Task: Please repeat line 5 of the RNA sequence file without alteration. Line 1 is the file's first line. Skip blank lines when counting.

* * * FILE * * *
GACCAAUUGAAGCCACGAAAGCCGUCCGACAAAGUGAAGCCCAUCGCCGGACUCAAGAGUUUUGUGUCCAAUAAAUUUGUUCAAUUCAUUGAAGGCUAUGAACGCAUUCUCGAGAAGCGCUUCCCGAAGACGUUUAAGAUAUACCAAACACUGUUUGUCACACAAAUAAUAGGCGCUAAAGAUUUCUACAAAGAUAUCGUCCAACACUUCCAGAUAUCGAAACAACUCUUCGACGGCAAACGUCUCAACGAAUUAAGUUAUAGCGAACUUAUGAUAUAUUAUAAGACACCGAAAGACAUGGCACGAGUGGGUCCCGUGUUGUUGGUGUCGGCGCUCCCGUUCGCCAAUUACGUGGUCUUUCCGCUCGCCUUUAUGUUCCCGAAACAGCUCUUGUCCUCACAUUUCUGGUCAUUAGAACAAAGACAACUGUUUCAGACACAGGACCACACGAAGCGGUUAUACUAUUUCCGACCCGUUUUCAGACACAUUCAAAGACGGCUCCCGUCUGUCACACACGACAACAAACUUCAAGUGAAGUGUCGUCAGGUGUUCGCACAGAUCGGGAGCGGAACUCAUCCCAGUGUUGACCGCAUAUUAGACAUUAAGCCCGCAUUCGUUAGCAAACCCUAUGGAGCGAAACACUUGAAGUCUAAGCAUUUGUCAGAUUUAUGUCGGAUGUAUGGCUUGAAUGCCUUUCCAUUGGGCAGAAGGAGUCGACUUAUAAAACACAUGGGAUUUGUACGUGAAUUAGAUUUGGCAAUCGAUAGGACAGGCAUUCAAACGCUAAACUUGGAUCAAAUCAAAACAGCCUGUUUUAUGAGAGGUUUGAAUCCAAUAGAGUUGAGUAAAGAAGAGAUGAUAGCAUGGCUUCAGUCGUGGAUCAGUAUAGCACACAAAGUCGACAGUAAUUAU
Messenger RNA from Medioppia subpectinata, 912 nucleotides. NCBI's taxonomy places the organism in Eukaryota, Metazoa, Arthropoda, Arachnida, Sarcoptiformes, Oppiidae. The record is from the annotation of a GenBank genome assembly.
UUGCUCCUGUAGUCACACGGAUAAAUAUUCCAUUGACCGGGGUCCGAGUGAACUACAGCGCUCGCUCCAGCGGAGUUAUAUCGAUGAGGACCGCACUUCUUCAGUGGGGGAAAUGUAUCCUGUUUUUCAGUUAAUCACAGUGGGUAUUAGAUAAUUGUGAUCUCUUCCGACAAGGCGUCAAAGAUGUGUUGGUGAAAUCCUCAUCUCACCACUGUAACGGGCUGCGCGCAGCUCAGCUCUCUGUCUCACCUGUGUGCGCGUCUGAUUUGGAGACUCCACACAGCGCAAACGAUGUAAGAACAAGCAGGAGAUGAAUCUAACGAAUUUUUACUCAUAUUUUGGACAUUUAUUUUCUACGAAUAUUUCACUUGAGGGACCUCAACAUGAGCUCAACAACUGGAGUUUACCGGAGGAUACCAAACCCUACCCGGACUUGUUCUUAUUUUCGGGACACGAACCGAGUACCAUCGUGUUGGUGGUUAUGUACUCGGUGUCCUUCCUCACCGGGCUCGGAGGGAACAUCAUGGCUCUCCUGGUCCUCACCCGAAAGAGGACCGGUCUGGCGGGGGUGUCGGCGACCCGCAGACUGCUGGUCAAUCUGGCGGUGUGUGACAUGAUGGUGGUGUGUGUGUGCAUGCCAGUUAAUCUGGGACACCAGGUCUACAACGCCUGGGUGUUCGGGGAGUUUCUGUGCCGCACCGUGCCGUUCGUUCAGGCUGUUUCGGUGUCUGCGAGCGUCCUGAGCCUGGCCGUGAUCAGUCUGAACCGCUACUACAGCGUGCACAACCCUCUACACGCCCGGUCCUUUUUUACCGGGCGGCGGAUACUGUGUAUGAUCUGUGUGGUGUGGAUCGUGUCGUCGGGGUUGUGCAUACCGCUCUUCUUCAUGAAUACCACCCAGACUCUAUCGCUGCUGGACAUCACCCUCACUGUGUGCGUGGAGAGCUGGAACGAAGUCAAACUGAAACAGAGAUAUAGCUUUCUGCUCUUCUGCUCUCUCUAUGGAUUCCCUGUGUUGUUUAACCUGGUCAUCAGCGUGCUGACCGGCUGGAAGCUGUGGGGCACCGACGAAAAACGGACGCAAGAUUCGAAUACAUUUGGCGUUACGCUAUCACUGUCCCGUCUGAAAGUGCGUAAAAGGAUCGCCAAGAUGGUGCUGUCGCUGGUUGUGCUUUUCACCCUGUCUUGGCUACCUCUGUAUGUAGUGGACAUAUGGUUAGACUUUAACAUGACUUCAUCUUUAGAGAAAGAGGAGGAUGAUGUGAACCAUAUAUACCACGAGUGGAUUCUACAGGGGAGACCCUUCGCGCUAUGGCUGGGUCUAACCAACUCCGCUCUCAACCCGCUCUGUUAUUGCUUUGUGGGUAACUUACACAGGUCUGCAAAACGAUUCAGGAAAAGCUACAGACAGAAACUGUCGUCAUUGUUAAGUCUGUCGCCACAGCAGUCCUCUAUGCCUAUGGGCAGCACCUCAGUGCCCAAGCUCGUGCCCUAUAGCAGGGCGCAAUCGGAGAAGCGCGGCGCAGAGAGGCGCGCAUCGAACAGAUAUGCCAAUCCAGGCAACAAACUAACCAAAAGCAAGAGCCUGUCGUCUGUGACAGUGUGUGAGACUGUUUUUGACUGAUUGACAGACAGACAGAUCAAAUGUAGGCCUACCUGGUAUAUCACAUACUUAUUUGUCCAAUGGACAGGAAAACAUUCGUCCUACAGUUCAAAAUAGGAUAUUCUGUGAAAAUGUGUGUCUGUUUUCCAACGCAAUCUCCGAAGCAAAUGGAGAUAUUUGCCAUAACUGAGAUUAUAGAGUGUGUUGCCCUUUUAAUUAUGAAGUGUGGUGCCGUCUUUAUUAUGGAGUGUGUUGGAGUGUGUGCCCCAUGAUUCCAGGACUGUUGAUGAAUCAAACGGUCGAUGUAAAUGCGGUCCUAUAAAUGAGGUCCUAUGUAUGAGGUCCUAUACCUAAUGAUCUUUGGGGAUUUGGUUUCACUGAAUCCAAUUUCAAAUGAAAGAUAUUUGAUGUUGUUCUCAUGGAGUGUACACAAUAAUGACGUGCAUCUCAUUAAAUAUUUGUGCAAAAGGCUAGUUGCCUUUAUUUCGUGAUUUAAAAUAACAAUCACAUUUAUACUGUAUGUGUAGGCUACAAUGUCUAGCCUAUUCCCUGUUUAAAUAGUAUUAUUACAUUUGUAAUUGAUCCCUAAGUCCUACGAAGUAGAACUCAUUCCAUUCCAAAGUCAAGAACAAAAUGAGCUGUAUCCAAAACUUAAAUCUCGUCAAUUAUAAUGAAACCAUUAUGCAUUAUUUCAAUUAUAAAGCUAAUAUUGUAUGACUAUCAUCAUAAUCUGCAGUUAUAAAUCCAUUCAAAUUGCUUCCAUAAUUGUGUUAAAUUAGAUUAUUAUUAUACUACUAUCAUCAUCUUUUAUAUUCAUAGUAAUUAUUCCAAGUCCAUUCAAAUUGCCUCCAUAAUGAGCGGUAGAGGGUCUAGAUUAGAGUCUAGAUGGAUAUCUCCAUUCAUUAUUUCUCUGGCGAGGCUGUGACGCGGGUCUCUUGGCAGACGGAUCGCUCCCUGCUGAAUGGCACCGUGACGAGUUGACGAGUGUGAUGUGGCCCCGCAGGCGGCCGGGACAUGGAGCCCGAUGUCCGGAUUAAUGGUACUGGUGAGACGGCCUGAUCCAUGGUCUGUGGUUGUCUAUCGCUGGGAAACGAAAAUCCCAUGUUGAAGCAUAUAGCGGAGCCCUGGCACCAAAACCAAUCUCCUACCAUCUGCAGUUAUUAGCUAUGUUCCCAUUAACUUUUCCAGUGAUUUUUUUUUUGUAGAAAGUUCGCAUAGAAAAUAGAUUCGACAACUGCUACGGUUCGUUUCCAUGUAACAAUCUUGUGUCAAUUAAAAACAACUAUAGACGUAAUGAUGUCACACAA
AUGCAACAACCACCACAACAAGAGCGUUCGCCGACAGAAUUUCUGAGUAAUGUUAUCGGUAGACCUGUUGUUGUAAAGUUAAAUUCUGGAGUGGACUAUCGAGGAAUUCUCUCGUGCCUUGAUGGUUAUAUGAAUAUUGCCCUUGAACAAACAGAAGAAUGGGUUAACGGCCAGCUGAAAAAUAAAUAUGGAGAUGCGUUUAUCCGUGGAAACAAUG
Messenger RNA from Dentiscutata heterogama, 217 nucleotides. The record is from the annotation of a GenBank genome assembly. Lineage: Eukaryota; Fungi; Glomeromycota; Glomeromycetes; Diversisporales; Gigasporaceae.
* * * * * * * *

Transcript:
Messenger RNA from Dentiscutata heterogama, 217 nucleotides. The record is from the annotation of a GenBank genome assembly. Lineage: Eukaryota; Fungi; Glomeromycota; Glomeromycetes; Diversisporales; Gigasporaceae.